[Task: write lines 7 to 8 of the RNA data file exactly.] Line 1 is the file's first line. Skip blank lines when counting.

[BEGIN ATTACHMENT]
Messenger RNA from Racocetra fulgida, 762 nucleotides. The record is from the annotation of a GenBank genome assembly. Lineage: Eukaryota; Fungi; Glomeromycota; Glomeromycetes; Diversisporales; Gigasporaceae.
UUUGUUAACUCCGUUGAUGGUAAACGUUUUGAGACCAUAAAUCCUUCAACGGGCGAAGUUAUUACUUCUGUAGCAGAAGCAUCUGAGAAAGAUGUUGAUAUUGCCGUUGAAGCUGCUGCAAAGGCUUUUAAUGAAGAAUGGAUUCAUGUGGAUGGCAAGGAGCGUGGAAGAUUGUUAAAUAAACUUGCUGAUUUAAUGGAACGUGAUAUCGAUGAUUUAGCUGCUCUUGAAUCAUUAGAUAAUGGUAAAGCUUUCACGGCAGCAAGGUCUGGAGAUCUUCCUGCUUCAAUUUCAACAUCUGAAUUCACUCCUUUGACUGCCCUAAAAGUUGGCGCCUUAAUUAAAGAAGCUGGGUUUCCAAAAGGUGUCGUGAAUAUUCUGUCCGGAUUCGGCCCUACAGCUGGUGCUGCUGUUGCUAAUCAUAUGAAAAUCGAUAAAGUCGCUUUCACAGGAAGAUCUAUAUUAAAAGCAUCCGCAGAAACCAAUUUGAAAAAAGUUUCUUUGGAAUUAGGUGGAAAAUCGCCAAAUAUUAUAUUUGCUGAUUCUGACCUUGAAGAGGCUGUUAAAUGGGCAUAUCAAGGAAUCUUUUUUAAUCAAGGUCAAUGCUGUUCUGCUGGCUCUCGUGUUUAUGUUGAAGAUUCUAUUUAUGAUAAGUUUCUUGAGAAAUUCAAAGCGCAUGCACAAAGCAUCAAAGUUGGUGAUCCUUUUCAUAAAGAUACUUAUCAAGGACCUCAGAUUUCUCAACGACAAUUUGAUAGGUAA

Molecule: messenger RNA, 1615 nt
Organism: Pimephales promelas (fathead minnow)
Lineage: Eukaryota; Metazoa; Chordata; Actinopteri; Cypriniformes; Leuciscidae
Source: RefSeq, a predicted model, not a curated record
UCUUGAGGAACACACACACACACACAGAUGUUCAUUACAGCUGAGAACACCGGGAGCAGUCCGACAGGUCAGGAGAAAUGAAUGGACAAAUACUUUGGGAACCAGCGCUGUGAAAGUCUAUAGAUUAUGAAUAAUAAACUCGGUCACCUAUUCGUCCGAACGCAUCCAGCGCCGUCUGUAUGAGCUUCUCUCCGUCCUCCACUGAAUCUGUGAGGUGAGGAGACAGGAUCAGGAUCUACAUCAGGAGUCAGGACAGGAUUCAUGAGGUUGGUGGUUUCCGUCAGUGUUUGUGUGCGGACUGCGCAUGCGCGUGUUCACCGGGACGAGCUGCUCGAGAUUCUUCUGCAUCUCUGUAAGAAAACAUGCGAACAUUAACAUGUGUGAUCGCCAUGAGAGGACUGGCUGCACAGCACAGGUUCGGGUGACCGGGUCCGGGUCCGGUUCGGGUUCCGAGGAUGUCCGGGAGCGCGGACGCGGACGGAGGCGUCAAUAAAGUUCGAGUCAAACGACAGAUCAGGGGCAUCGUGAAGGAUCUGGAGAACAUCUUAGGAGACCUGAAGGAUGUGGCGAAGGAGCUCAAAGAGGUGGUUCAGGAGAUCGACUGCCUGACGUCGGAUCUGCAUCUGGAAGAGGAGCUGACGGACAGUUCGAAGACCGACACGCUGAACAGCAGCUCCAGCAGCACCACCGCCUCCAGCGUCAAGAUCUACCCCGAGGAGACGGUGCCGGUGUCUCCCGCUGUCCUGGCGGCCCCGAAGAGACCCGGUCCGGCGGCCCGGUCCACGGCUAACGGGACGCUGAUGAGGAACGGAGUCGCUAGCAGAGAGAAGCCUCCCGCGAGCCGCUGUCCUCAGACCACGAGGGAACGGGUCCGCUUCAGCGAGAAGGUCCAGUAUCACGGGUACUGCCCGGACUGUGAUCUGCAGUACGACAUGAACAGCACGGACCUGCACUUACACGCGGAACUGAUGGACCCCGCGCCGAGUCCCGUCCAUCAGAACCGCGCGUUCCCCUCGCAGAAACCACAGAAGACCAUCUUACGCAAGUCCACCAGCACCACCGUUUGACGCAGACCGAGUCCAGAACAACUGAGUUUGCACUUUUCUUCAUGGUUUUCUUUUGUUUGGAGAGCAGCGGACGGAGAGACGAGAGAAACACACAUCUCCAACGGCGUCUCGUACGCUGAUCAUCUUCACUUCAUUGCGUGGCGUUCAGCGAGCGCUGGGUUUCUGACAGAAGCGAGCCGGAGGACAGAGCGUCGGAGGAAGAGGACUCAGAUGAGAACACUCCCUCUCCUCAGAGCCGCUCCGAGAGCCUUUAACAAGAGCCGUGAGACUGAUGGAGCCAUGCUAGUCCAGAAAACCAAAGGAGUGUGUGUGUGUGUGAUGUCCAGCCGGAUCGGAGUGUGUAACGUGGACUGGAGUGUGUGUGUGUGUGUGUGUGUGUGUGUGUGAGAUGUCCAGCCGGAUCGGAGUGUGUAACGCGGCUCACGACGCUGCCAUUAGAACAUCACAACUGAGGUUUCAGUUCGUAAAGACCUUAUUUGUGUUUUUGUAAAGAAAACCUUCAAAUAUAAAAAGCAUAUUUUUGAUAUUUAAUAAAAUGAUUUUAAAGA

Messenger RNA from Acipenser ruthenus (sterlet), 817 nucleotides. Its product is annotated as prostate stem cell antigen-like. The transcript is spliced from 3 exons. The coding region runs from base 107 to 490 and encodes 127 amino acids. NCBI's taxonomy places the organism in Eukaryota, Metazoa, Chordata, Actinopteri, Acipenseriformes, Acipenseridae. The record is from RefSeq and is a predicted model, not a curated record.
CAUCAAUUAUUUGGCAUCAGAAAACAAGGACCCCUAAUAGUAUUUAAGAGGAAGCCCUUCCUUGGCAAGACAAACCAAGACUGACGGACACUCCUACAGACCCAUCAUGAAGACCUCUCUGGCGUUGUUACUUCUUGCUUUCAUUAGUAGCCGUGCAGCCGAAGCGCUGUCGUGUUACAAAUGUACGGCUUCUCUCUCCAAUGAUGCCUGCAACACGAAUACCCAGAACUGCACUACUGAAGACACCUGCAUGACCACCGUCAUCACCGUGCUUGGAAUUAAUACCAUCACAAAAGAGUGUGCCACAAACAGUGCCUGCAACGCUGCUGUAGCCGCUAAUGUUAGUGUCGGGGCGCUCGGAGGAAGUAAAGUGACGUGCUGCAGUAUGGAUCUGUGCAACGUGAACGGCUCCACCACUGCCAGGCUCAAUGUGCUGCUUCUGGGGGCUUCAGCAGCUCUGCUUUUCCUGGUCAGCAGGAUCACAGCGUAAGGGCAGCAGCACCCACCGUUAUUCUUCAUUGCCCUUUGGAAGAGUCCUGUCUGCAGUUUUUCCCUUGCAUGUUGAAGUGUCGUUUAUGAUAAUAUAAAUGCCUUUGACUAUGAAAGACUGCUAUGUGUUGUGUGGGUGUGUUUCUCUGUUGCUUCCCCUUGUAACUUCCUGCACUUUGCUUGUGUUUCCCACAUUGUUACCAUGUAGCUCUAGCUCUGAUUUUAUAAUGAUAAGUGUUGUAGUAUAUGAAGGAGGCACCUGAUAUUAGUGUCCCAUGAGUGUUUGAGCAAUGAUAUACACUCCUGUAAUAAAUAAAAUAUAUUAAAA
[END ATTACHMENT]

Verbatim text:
UCUUGAGGAACACACACACACACACAGAUGUUCAUUACAGCUGAGAACACCGGGAGCAGUCCGACAGGUCAGGAGAAAUGAAUGGACAAAUACUUUGGGAACCAGCGCUGUGAAAGUCUAUAGAUUAUGAAUAAUAAACUCGGUCACCUAUUCGUCCGAACGCAUCCAGCGCCGUCUGUAUGAGCUUCUCUCCGUCCUCCACUGAAUCUGUGAGGUGAGGAGACAGGAUCAGGAUCUACAUCAGGAGUCAGGACAGGAUUCAUGAGGUUGGUGGUUUCCGUCAGUGUUUGUGUGCGGACUGCGCAUGCGCGUGUUCACCGGGACGAGCUGCUCGAGAUUCUUCUGCAUCUCUGUAAGAAAACAUGCGAACAUUAACAUGUGUGAUCGCCAUGAGAGGACUGGCUGCACAGCACAGGUUCGGGUGACCGGGUCCGGGUCCGGUUCGGGUUCCGAGGAUGUCCGGGAGCGCGGACGCGGACGGAGGCGUCAAUAAAGUUCGAGUCAAACGACAGAUCAGGGGCAUCGUGAAGGAUCUGGAGAACAUCUUAGGAGACCUGAAGGAUGUGGCGAAGGAGCUCAAAGAGGUGGUUCAGGAGAUCGACUGCCUGACGUCGGAUCUGCAUCUGGAAGAGGAGCUGACGGACAGUUCGAAGACCGACACGCUGAACAGCAGCUCCAGCAGCACCACCGCCUCCAGCGUCAAGAUCUACCCCGAGGAGACGGUGCCGGUGUCUCCCGCUGUCCUGGCGGCCCCGAAGAGACCCGGUCCGGCGGCCCGGUCCACGGCUAACGGGACGCUGAUGAGGAACGGAGUCGCUAGCAGAGAGAAGCCUCCCGCGAGCCGCUGUCCUCAGACCACGAGGGAACGGGUCCGCUUCAGCGAGAAGGUCCAGUAUCACGGGUACUGCCCGGACUGUGAUCUGCAGUACGACAUGAACAGCACGGACCUGCACUUACACGCGGAACUGAUGGACCCCGCGCCGAGUCCCGUCCAUCAGAACCGCGCGUUCCCCUCGCAGAAACCACAGAAGACCAUCUUACGCAAGUCCACCAGCACCACCGUUUGACGCAGACCGAGUCCAGAACAACUGAGUUUGCACUUUUCUUCAUGGUUUUCUUUUGUUUGGAGAGCAGCGGACGGAGAGACGAGAGAAACACACAUCUCCAACGGCGUCUCGUACGCUGAUCAUCUUCACUUCAUUGCGUGGCGUUCAGCGAGCGCUGGGUUUCUGACAGAAGCGAGCCGGAGGACAGAGCGUCGGAGGAAGAGGACUCAGAUGAGAACACUCCCUCUCCUCAGAGCCGCUCCGAGAGCCUUUAACAAGAGCCGUGAGACUGAUGGAGCCAUGCUAGUCCAGAAAACCAAAGGAGUGUGUGUGUGUGUGAUGUCCAGCCGGAUCGGAGUGUGUAACGUGGACUGGAGUGUGUGUGUGUGUGUGUGUGUGUGUGUGUGAGAUGUCCAGCCGGAUCGGAGUGUGUAACGCGGCUCACGACGCUGCCAUUAGAACAUCACAACUGAGGUUUCAGUUCGUAAAGACCUUAUUUGUGUUUUUGUAAAGAAAACCUUCAAAUAUAAAAAGCAUAUUUUUGAUAUUUAAUAAAAUGAUUUUAAAGA

Messenger RNA from Acipenser ruthenus (sterlet), 817 nucleotides. Its product is annotated as prostate stem cell antigen-like. The transcript is spliced from 3 exons. The coding region runs from base 107 to 490 and encodes 127 amino acids. NCBI's taxonomy places the organism in Eukaryota, Metazoa, Chordata, Actinopteri, Acipenseriformes, Acipenseridae. The record is from RefSeq and is a predicted model, not a curated record.